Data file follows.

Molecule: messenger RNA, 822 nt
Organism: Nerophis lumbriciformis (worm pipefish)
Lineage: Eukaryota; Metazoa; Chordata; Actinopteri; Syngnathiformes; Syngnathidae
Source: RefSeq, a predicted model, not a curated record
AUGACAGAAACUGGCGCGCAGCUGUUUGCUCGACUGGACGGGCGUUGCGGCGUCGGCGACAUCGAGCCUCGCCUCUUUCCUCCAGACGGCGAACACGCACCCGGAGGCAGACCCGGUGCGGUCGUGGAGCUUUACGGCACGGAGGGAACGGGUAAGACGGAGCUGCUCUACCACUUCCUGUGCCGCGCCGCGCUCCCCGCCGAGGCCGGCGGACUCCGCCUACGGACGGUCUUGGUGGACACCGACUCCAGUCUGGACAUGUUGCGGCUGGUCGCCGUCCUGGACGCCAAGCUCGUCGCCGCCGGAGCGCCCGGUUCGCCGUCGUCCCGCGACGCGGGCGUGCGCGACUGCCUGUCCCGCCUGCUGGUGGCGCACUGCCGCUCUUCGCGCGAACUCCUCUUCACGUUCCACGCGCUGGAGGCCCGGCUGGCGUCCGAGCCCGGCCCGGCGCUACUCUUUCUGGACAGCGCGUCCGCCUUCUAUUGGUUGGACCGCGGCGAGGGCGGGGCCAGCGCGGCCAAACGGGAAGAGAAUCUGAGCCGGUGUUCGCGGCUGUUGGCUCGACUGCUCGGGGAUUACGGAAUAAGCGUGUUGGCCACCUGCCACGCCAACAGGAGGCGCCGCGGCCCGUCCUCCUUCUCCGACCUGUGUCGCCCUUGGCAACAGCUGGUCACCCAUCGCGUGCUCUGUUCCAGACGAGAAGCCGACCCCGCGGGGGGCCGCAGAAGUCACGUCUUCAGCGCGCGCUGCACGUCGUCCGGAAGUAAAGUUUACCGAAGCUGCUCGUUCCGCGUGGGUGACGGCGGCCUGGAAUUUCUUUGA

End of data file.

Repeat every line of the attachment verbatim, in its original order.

Molecule: messenger RNA, 822 nt
Organism: Nerophis lumbriciformis (worm pipefish)
Lineage: Eukaryota; Metazoa; Chordata; Actinopteri; Syngnathiformes; Syngnathidae
Source: RefSeq, a predicted model, not a curated record
AUGACAGAAACUGGCGCGCAGCUGUUUGCUCGACUGGACGGGCGUUGCGGCGUCGGCGACAUCGAGCCUCGCCUCUUUCCUCCAGACGGCGAACACGCACCCGGAGGCAGACCCGGUGCGGUCGUGGAGCUUUACGGCACGGAGGGAACGGGUAAGACGGAGCUGCUCUACCACUUCCUGUGCCGCGCCGCGCUCCCCGCCGAGGCCGGCGGACUCCGCCUACGGACGGUCUUGGUGGACACCGACUCCAGUCUGGACAUGUUGCGGCUGGUCGCCGUCCUGGACGCCAAGCUCGUCGCCGCCGGAGCGCCCGGUUCGCCGUCGUCCCGCGACGCGGGCGUGCGCGACUGCCUGUCCCGCCUGCUGGUGGCGCACUGCCGCUCUUCGCGCGAACUCCUCUUCACGUUCCACGCGCUGGAGGCCCGGCUGGCGUCCGAGCCCGGCCCGGCGCUACUCUUUCUGGACAGCGCGUCCGCCUUCUAUUGGUUGGACCGCGGCGAGGGCGGGGCCAGCGCGGCCAAACGGGAAGAGAAUCUGAGCCGGUGUUCGCGGCUGUUGGCUCGACUGCUCGGGGAUUACGGAAUAAGCGUGUUGGCCACCUGCCACGCCAACAGGAGGCGCCGCGGCCCGUCCUCCUUCUCCGACCUGUGUCGCCCUUGGCAACAGCUGGUCACCCAUCGCGUGCUCUGUUCCAGACGAGAAGCCGACCCCGCGGGGGGCCGCAGAAGUCACGUCUUCAGCGCGCGCUGCACGUCGUCCGGAAGUAAAGUUUACCGAAGCUGCUCGUUCCGCGUGGGUGACGGCGGCCUGGAAUUUCUUUGA